[End President Lincoln's address]

At the conclusion of these remarks some conversation was had between the President and several members of the delegation from the Border States, in which it was represented that these States could not be expected to move in so great a matter as that brought to their notice in the foregoing address while as yet the Congress had taken no step beyond the passage of a resolution expressive rather of sentiment than presenting a substantial and reliable basis of action.

The President acknowledge the force of this view, and admitted that the Border States wwere entitled to expect a substantial pledge of pecuniary aid as the condition of taking into consideration a proposition so important in its relations to their social system.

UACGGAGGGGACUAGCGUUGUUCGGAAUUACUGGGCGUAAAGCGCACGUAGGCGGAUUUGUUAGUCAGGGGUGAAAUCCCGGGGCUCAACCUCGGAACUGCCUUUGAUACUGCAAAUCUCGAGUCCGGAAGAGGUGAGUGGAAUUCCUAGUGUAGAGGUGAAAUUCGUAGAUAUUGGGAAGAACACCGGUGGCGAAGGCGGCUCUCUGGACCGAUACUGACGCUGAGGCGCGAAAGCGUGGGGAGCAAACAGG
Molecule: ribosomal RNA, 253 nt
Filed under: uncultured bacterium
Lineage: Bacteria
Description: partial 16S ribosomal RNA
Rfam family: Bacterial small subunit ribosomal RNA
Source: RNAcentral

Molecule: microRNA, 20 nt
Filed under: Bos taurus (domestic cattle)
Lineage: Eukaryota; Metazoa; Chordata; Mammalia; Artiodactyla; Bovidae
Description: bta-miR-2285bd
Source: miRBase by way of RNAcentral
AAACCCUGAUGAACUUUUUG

It was further represented in the conference that the people of the Border States were interested in knowing the great importance which the President attached to the policy in question, while it was equally due to the country, to the President, and to themselves that the Representatives of the Border Slaveholding States should publicly announce the motives under which they were called to act, and the considerations of public policy urged upon them and their constituents by the President.

With a view to such a statement of their position, the members thus addressed met in council to deliberate on the reply they should make to the President, and, as the result of a comparison of opinions among themselves, they determined upon the adoption of a majority and minority answer.

Those replies follow in another post.